What makes science communication moral? Science communication and associated activities such as public engagement with science, citizen science, and so forth, are often presented as having a special moral role to play in society. Scientific knowledge is presented as a special kind of knowledge that is especially important to be made public. This view sits behind many of our national initiatives and strategies for greater public understanding of science. But perhaps this headlong dash into the public dissemination of knowledge is not such a desirable move. Perhaps, we should heed Shelley’s warning: “Learn from me, if not by my precepts, at least by my example, how dangerous is the acquirement of knowledge”.
If the acquisition of knowledge isn’t inherently good and desirable, then what makes science communication moral? And what might it mean for science communicators to act ethically?
In this presentation, I question the often-stated underlying assumption that more knowledge is inherently better than less knowledge. I present a number of factors that affect the moral valence of communicating knowledge, especially science communication, and question the ethical limits of science communication acts. Taking this a step further, I consider underlying normative frames for science communication by looking at the various ways we have tried to ensure ethical practice in science communication, from the ethical norms such as journalistic and communication ethics, to policy moves such as responsible research and innovation. Noting these norms and practices can, at time, pull in opposite and contradictory directions, and can also create their own ethical challenges, I offer an alternative model of ethical norms for science communication as a way to help us think through these issues.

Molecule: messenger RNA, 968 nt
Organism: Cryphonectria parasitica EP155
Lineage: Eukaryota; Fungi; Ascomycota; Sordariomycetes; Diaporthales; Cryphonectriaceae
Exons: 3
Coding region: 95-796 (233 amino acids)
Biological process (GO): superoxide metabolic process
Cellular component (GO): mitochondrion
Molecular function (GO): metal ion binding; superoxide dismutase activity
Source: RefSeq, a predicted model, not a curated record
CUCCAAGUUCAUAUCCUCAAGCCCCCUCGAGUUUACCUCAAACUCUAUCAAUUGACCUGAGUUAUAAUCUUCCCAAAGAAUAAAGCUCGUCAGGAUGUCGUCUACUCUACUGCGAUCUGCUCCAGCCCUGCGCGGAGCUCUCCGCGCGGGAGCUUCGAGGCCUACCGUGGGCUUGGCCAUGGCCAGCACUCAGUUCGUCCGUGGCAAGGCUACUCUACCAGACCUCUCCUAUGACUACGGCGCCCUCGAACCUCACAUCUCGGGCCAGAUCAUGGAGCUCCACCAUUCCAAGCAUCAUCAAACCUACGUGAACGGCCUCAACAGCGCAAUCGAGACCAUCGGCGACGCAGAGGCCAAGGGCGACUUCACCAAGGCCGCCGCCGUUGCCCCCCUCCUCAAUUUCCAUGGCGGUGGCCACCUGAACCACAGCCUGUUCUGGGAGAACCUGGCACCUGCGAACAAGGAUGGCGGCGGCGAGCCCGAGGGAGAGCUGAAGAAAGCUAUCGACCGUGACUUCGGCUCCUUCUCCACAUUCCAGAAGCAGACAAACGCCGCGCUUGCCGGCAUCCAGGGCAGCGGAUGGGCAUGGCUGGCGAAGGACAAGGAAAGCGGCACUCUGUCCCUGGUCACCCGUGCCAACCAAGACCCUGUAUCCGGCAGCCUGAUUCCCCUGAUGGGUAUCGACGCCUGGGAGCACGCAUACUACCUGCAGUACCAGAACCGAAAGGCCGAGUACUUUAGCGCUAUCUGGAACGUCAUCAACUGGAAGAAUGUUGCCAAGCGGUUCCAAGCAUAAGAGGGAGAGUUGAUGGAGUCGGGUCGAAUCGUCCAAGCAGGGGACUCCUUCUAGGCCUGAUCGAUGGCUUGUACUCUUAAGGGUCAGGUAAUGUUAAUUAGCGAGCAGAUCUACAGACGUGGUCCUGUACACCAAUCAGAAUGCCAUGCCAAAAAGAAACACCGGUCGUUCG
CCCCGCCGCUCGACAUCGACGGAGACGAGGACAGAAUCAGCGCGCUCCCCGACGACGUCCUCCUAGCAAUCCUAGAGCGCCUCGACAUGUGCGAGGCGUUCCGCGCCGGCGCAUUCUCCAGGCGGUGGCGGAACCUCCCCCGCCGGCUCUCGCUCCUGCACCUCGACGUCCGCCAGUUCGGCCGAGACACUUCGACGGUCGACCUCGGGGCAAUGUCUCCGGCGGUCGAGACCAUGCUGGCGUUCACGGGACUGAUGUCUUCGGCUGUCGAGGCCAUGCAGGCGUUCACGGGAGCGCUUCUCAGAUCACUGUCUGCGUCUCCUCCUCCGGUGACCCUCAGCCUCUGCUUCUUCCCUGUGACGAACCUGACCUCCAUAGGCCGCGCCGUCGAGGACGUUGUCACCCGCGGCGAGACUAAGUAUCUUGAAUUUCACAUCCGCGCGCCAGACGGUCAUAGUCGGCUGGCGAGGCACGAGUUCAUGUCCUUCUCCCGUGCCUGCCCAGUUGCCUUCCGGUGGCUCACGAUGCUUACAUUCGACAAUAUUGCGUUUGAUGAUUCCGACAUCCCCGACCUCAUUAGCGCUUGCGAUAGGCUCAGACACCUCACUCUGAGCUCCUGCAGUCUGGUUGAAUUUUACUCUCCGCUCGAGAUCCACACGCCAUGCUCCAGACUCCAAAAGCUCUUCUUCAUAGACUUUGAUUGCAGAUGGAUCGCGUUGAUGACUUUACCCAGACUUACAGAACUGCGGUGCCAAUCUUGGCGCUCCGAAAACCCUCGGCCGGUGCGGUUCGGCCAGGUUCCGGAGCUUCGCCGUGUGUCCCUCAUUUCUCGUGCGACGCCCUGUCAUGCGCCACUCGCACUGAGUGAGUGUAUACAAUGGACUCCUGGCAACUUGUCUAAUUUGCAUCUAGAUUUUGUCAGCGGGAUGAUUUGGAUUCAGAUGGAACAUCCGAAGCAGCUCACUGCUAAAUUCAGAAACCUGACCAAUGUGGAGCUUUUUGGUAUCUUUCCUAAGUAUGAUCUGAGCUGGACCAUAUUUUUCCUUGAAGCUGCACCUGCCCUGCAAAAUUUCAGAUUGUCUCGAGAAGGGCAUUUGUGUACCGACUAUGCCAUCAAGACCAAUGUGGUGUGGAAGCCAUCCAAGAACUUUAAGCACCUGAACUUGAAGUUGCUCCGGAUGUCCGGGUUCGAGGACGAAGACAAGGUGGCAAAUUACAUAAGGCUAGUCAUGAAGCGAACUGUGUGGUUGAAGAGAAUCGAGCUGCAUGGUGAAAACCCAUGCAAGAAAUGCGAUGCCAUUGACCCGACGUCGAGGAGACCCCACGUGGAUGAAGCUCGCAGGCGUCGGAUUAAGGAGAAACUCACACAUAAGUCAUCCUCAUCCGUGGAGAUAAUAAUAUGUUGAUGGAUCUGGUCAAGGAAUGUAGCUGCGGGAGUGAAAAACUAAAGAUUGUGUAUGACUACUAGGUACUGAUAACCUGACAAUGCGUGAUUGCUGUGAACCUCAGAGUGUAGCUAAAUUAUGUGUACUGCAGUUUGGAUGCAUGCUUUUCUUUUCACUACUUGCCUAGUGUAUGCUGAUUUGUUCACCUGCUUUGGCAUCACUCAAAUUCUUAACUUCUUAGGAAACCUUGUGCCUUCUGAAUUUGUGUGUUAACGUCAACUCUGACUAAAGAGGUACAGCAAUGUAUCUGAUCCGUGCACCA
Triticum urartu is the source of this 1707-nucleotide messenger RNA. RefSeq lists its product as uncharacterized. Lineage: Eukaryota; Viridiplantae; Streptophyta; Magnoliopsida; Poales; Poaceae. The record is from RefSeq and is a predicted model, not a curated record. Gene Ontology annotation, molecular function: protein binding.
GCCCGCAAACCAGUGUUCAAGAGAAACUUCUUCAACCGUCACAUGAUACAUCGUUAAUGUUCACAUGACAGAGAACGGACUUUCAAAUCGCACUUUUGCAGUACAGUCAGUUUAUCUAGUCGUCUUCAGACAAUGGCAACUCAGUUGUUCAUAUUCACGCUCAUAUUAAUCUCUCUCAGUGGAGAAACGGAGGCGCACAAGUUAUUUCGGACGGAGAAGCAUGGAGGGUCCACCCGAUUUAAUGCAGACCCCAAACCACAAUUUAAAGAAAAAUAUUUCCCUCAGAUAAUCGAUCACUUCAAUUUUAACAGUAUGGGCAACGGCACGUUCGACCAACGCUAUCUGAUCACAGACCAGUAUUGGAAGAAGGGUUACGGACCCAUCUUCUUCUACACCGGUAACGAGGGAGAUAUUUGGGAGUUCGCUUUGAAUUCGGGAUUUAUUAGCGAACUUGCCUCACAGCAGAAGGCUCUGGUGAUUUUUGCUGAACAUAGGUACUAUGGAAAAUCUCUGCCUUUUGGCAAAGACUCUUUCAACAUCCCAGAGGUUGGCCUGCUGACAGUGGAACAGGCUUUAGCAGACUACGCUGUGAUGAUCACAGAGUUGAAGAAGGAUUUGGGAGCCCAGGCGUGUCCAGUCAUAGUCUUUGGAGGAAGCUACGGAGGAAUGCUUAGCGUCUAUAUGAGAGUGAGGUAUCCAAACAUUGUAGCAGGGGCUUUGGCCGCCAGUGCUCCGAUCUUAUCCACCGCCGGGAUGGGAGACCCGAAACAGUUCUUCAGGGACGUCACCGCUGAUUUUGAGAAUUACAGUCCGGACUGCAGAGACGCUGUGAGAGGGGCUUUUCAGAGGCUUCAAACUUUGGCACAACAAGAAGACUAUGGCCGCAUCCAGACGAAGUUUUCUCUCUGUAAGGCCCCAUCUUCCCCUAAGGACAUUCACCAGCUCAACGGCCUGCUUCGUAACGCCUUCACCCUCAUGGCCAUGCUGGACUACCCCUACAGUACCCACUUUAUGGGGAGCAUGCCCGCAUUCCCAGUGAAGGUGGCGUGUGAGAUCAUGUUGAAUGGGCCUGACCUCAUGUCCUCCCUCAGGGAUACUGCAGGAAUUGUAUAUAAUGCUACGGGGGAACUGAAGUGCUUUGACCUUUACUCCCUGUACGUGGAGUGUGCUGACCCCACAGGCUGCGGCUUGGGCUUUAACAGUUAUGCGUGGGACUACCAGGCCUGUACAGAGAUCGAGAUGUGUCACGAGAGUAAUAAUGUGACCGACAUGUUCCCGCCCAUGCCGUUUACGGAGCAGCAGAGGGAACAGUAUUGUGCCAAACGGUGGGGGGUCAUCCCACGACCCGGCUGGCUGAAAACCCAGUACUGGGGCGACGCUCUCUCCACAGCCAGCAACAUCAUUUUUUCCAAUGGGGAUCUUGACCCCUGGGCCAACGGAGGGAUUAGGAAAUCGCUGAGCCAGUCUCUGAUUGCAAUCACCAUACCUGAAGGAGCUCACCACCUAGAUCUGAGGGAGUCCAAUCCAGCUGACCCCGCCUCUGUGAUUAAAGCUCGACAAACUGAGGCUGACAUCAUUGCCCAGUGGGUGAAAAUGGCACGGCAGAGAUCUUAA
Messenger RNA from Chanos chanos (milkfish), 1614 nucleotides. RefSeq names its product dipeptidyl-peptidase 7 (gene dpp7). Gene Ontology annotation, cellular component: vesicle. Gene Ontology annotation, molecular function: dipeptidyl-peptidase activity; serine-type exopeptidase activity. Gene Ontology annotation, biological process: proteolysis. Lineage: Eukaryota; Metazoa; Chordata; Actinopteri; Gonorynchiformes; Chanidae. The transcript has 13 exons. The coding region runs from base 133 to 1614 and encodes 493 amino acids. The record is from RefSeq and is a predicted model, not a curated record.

Fabien Medvecky is a Senior Lecturer in Science Communication at the University of Otago’s Centre for Science Communication and is the president of the Science Communicator’s Association of New Zealand. With a background in philosophy and economics, his research sits at the intersection between science communication, science policy, economic theory and ethical theory with a focus on the tension between the objective aims of science and the value-driven reality of decision-making. He previously lectured at the University of Queensland’s program in science communication.